In faraway McDonald's restaurants in Sonora and Redding, California, cabin-shaped collection boxes labeled "A Special Camp for Special Kids" drew broad support for a facility for children who are seriously ill, disabled, or disadvantaged. Helping the effort were First Interstate Bank, Marine World, the Correctional Peace Officers Association, and other corporations, and foundations. Raised from all sources to date: some $450,000.

Added to that pot is some $250,000 worth of lumber donated by the Timber Association of California, with giants like Louisiana Pacific, Fibreboard, and Georgia Pacific joining smaller outfits like Hi Ridge Lumber, Marysville Forest Products, and Big Valley Lumber Company in the collaborative effort.

And volunteers with the Telephone Pioneers of America, a group of former phone company workers, showed up one weekend to build 1,100 feet of wheelchair ramps under the trees in a colossal, 2,000-person-hour effort, while jeld-Wed Foundation of Klamath Falls, Oregon, donated thousands of dollars worth of doors and windows.

To help those who will use the camp, the Forest Service was able to arrange with Eagle Lake Children's Charities the best deal of all: use of the property on a permittee basis for just $30 per year-one dollar per acre.

Forest Service Public Affairs Officer Dave Reider, who spent a holiday showing me this spot last summer, propped his back against a towering ponderosa and reflected: "This place is dynamite! It's the kind of location people could kill for. "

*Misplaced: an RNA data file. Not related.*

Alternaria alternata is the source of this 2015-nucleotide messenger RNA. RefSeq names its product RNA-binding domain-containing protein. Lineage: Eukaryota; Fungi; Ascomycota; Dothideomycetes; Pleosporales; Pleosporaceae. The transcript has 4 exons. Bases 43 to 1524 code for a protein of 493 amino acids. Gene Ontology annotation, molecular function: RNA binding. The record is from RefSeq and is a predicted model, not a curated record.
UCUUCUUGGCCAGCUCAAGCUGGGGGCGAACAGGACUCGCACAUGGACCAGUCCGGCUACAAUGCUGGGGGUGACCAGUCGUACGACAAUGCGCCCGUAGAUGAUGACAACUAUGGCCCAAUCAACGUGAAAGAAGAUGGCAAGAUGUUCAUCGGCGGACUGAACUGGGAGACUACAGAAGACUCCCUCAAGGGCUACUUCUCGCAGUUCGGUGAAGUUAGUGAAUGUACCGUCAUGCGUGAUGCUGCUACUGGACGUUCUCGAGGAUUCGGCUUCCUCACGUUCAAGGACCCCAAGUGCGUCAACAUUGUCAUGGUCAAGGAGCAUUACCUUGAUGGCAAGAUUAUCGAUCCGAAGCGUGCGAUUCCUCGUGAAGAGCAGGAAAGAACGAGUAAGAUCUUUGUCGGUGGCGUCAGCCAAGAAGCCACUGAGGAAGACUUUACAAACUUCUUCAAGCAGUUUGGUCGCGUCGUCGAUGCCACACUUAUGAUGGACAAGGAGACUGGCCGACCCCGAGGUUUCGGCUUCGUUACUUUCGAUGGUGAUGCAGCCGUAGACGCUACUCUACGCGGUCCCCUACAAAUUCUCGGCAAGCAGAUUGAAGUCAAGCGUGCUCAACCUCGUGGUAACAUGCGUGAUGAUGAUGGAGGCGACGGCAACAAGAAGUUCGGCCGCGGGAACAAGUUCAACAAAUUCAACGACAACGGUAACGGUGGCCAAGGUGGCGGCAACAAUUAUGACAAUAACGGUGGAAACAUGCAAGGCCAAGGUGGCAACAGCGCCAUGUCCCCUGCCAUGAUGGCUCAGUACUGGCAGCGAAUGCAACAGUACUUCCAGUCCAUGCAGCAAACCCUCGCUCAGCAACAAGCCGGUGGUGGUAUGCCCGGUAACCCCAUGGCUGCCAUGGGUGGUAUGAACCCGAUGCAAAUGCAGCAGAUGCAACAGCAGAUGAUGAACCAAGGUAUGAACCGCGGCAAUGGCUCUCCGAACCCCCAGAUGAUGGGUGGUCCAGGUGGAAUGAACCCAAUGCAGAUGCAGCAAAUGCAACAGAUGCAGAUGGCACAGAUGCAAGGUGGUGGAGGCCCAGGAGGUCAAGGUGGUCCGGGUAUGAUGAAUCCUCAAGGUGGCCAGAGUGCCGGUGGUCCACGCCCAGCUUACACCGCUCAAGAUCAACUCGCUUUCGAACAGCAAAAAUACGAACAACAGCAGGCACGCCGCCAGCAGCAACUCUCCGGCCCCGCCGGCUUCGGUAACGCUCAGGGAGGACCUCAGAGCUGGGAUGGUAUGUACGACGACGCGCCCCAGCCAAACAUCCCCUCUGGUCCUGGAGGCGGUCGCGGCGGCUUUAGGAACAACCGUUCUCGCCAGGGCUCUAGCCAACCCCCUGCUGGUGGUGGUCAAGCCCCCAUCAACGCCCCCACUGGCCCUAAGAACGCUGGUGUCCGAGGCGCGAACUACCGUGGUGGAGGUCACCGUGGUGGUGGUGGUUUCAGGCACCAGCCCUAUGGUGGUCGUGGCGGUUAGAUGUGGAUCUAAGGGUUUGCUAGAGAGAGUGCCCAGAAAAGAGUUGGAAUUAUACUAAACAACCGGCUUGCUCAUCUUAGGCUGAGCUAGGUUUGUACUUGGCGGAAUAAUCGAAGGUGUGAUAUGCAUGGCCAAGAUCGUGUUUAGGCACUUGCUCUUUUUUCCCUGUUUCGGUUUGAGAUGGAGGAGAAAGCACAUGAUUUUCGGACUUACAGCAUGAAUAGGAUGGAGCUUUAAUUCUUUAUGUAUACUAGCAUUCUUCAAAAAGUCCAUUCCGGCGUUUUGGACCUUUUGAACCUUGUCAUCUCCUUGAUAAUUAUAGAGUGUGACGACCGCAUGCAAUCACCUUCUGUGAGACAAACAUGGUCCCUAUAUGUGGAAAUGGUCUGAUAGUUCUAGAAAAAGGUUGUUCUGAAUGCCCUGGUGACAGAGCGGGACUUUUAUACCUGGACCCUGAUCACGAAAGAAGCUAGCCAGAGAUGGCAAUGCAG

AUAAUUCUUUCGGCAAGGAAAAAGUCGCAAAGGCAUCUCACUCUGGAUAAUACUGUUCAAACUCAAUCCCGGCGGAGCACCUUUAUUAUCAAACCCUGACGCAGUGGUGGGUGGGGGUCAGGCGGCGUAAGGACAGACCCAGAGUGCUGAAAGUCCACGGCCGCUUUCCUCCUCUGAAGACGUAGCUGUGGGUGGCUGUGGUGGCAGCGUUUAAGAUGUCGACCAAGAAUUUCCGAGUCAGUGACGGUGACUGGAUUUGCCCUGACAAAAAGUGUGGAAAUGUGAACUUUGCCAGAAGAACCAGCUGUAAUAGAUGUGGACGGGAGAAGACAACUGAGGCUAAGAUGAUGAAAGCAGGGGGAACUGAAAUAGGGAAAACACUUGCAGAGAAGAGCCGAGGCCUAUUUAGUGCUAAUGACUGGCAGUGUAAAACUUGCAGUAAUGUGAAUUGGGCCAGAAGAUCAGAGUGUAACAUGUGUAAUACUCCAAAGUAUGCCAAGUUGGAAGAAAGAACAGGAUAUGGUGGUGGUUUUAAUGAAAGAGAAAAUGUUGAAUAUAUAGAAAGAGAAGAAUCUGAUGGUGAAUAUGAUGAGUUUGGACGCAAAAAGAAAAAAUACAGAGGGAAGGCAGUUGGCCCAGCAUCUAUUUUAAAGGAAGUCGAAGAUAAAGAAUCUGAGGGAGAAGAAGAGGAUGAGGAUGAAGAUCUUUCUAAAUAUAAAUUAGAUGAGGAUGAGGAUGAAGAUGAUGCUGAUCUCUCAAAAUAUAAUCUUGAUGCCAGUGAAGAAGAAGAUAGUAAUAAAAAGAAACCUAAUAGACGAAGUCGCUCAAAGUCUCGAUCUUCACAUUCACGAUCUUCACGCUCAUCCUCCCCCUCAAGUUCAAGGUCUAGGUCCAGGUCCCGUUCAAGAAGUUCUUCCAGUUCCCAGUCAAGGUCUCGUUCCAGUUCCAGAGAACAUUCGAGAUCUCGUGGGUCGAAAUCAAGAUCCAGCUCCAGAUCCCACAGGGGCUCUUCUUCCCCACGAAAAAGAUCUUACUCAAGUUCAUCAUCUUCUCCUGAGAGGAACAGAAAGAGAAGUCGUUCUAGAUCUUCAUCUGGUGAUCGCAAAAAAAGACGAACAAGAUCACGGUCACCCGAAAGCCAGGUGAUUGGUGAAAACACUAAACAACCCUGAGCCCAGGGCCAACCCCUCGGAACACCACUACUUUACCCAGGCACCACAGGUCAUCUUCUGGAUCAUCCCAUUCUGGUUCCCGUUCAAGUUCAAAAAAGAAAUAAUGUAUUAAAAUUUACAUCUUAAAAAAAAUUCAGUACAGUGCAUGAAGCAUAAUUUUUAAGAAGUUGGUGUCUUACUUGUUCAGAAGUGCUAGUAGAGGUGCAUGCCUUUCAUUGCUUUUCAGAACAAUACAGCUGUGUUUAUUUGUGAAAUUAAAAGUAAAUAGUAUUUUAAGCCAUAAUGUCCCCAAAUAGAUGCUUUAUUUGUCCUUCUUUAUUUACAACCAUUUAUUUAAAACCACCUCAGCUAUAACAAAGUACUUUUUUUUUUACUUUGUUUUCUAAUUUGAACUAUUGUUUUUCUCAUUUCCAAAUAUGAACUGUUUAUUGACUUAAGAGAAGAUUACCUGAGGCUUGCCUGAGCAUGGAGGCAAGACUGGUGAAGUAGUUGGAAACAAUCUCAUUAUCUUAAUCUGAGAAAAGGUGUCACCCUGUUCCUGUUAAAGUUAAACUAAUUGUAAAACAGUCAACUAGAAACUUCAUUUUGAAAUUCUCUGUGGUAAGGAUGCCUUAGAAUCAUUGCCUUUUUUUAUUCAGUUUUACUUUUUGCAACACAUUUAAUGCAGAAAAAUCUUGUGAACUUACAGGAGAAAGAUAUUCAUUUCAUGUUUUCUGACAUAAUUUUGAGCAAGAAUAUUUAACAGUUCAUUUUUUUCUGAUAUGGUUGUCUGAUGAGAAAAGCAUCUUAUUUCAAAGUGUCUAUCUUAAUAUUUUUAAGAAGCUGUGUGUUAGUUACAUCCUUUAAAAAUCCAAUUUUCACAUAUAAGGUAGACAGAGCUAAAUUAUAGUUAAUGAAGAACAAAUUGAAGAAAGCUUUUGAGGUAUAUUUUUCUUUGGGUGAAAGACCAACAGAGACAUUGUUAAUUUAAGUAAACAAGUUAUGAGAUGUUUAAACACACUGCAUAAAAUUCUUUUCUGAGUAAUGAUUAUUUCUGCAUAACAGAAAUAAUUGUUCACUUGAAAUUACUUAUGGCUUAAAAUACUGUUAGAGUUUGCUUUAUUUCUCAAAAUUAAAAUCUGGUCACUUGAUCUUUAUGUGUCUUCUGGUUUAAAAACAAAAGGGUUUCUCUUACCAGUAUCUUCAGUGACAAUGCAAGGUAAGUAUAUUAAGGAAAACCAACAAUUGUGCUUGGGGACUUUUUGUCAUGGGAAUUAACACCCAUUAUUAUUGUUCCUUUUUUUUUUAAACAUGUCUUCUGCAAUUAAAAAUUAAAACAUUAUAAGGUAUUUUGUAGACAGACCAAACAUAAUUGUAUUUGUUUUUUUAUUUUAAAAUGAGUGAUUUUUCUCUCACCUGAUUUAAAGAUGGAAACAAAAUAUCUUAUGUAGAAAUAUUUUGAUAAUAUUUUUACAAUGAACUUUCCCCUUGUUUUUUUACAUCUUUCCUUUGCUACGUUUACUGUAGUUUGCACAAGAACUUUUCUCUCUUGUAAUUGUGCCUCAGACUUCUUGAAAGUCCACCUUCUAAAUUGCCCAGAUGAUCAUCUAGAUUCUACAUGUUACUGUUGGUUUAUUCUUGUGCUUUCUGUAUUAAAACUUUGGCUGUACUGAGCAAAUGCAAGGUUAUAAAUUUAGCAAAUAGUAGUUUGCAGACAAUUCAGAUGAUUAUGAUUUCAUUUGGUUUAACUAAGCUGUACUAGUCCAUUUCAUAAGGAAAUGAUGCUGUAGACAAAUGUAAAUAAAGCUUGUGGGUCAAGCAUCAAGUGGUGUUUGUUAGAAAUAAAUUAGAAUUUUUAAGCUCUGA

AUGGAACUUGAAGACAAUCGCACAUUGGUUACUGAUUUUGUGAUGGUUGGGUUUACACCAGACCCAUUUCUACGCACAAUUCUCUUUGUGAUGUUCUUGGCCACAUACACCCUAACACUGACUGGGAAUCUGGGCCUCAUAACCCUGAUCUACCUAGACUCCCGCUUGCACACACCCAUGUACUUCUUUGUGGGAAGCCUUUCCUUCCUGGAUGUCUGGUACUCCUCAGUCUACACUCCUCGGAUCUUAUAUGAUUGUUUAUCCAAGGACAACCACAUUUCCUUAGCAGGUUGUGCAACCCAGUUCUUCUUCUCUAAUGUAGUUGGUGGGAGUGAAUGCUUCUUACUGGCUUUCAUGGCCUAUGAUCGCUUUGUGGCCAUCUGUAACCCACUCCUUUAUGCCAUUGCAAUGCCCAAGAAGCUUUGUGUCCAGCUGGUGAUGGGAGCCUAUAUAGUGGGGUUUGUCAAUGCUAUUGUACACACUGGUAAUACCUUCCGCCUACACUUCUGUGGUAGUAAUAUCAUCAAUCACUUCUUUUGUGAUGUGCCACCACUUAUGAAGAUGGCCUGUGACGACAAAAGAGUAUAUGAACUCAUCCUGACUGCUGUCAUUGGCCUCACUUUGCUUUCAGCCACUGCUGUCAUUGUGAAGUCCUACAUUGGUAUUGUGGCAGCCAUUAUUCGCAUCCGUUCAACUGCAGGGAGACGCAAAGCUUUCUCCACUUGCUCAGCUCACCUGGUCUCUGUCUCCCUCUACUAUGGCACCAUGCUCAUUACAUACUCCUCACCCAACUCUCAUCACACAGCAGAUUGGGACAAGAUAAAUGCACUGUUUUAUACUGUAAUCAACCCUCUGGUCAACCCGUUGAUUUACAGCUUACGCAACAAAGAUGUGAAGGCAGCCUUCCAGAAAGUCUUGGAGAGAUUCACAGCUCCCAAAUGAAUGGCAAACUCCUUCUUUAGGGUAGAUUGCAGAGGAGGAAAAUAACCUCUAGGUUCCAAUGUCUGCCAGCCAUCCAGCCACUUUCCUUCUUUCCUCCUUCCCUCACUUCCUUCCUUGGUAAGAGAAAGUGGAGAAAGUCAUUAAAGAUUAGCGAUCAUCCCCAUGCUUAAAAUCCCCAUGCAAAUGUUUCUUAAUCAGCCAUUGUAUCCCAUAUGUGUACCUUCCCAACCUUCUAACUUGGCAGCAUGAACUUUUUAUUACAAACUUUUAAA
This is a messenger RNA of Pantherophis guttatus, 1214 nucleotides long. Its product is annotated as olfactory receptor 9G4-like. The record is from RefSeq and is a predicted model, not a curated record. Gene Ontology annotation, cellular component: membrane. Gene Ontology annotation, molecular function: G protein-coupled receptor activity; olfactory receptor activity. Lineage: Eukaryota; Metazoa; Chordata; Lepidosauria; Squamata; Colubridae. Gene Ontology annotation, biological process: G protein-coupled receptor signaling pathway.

Unique in the National Forest System as a dedicated site built in partnership with volunteers, the camp is the kind of project that's bringing scores of groups together with the agency in cooperative projects that are blooming nationwide. Their goal: to protect forest resources-and to find and develop richer, fuller uses for them.

Alas, however, a reality.

Cabins are now being built at Camp Ronald McDonald to house a total of about 100 kids at a time (2,000 per summer). Together with the renovation of Gallatin House for the staff and special buildings for on-site treatment of the kids, the overall cost will run better than $2 million-considerably more than is now in the till. So fundraising continues. You may show your support for the new camp by sending a check to Eagle Lake Children's Charities, Inc., 1500 West El Camino, Suite 210, Sacramento, CA 95833.